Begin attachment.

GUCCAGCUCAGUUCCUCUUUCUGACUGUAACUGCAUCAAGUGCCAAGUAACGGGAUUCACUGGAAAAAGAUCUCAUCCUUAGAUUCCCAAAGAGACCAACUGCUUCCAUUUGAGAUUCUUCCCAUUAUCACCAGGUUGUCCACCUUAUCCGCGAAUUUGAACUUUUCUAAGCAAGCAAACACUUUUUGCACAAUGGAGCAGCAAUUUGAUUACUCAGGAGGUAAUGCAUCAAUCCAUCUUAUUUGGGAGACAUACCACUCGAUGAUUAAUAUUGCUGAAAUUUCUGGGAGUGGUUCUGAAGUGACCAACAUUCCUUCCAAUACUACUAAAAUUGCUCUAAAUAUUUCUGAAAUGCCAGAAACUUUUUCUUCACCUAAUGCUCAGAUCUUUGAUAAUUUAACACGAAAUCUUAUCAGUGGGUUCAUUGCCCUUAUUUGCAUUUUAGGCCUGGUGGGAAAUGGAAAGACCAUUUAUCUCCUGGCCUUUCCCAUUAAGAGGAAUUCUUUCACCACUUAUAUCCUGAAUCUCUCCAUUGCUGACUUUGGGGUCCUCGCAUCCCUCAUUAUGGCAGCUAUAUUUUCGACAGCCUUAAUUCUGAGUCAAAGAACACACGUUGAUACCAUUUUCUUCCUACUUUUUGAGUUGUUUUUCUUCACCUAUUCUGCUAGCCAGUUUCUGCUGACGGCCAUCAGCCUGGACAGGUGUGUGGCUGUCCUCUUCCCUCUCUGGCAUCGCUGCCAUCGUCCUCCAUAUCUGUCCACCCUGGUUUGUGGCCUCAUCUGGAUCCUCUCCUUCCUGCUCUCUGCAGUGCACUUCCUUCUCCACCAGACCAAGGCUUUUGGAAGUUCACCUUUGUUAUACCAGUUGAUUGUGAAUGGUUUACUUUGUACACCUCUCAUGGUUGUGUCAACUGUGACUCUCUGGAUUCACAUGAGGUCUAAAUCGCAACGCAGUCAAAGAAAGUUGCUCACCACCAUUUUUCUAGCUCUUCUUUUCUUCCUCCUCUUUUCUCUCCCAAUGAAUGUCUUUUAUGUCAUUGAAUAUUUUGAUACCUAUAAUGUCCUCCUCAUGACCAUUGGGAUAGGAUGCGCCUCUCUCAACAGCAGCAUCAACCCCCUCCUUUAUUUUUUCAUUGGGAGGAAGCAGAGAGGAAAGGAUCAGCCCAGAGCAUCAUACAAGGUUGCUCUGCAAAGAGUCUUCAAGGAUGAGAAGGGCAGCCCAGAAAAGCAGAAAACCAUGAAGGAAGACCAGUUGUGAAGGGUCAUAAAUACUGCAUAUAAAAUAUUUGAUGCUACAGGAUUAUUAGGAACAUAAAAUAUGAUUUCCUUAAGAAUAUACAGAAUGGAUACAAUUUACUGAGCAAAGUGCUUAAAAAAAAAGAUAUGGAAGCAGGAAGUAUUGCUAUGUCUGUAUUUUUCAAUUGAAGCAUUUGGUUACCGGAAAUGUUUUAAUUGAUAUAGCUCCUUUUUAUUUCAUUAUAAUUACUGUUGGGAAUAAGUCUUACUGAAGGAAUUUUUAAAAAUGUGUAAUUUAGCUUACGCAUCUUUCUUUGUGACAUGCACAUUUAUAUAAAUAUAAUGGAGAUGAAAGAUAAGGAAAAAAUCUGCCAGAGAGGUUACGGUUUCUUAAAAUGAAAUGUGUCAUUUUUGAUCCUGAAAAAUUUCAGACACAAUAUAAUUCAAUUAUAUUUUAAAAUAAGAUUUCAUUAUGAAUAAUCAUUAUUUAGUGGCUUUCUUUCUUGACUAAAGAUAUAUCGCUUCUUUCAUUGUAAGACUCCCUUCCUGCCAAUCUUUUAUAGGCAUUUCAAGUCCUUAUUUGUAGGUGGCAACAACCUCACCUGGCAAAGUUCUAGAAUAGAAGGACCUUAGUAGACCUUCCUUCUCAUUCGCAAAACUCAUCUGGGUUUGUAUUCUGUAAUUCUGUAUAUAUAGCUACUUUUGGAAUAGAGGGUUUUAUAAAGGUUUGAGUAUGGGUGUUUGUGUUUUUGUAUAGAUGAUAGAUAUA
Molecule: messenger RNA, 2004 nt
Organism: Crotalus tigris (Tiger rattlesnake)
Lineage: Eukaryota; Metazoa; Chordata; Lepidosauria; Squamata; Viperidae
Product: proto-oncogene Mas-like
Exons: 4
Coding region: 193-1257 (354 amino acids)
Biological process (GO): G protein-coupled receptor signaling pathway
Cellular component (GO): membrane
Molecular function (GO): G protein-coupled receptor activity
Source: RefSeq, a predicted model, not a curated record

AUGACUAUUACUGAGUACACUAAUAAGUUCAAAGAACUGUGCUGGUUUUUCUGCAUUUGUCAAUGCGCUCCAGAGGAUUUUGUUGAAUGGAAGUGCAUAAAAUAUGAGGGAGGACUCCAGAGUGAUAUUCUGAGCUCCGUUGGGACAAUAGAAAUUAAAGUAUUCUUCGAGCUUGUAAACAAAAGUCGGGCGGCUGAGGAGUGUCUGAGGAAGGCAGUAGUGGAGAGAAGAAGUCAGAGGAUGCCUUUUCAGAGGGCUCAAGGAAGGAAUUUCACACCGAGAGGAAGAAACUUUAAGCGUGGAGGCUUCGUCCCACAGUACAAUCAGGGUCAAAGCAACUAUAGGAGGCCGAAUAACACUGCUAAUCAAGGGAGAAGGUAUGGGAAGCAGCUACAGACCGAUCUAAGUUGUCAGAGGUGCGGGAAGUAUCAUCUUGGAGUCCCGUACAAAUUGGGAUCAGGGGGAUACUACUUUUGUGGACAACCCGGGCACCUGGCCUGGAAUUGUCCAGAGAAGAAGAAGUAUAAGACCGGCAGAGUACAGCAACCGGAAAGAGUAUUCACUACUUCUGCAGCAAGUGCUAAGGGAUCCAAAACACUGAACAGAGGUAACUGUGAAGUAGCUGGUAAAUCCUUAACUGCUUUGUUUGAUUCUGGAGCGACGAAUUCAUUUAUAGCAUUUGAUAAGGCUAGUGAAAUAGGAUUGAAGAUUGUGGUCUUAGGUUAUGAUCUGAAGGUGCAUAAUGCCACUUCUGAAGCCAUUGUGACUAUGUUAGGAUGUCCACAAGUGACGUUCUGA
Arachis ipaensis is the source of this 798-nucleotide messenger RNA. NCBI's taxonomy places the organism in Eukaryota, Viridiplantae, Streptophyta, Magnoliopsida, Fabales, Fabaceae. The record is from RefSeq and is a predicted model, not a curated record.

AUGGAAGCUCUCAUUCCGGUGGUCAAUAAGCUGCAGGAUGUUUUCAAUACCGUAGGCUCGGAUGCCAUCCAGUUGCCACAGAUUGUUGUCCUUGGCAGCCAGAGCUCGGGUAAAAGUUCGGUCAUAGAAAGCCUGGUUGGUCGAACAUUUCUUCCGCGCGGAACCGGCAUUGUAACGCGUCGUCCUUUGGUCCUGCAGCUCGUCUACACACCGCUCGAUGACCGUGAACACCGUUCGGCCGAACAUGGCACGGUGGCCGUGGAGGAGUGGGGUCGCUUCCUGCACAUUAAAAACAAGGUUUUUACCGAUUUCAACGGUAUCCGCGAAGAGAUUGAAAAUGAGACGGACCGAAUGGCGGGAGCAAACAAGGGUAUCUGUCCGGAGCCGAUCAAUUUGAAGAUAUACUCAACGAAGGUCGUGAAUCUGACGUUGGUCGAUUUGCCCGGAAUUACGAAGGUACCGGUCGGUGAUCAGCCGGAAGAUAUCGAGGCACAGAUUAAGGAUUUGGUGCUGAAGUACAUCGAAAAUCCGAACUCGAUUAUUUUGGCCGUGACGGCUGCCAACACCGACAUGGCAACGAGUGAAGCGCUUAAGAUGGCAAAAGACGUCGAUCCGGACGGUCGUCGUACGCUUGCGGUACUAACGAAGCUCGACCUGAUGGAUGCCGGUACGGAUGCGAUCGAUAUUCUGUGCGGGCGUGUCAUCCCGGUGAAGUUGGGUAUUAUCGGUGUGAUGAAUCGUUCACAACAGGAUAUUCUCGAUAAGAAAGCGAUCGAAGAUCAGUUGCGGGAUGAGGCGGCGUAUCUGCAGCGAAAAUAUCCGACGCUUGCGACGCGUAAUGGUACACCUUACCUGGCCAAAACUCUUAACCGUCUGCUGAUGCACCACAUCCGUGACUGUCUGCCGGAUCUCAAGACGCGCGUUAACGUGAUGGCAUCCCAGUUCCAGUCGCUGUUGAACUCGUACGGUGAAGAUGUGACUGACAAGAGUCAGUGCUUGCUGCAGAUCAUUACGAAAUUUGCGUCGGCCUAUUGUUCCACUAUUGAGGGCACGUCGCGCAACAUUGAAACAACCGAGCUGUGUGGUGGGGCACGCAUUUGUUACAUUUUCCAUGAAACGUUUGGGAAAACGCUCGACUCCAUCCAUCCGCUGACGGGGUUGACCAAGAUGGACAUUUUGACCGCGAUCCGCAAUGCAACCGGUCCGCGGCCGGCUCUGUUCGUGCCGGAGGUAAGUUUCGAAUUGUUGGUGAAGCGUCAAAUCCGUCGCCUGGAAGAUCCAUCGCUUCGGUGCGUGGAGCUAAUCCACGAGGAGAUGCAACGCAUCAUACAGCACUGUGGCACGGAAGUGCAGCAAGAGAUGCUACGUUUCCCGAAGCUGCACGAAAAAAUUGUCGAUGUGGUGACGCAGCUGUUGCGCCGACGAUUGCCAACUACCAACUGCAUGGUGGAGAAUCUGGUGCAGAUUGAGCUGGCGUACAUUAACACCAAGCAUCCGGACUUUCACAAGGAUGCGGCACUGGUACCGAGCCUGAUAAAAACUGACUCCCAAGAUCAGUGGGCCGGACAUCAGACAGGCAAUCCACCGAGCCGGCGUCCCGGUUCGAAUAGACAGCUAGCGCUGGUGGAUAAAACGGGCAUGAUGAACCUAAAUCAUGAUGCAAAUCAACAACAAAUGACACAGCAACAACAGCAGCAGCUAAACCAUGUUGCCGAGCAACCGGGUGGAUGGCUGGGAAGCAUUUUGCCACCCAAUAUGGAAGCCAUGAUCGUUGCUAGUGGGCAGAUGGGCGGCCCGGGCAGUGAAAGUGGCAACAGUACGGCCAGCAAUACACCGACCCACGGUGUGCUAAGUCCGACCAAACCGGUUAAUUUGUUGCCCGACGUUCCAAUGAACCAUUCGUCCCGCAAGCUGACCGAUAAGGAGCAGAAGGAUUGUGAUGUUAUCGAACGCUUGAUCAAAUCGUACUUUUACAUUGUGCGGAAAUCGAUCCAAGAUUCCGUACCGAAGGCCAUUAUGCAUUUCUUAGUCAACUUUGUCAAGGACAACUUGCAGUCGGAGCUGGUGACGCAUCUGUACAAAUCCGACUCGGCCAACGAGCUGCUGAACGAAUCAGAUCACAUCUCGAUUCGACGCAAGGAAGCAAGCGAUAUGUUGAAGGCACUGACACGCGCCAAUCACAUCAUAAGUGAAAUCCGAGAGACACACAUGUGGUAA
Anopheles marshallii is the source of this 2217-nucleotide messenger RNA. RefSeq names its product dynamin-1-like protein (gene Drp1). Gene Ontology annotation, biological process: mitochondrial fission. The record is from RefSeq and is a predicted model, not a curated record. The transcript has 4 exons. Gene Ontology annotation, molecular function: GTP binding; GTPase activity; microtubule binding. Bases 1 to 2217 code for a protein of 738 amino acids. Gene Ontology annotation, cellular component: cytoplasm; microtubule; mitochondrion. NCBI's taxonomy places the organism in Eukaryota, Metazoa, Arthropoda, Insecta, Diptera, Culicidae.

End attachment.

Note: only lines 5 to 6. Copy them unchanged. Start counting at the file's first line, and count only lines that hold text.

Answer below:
Product: proto-oncogene Mas-like
Exons: 4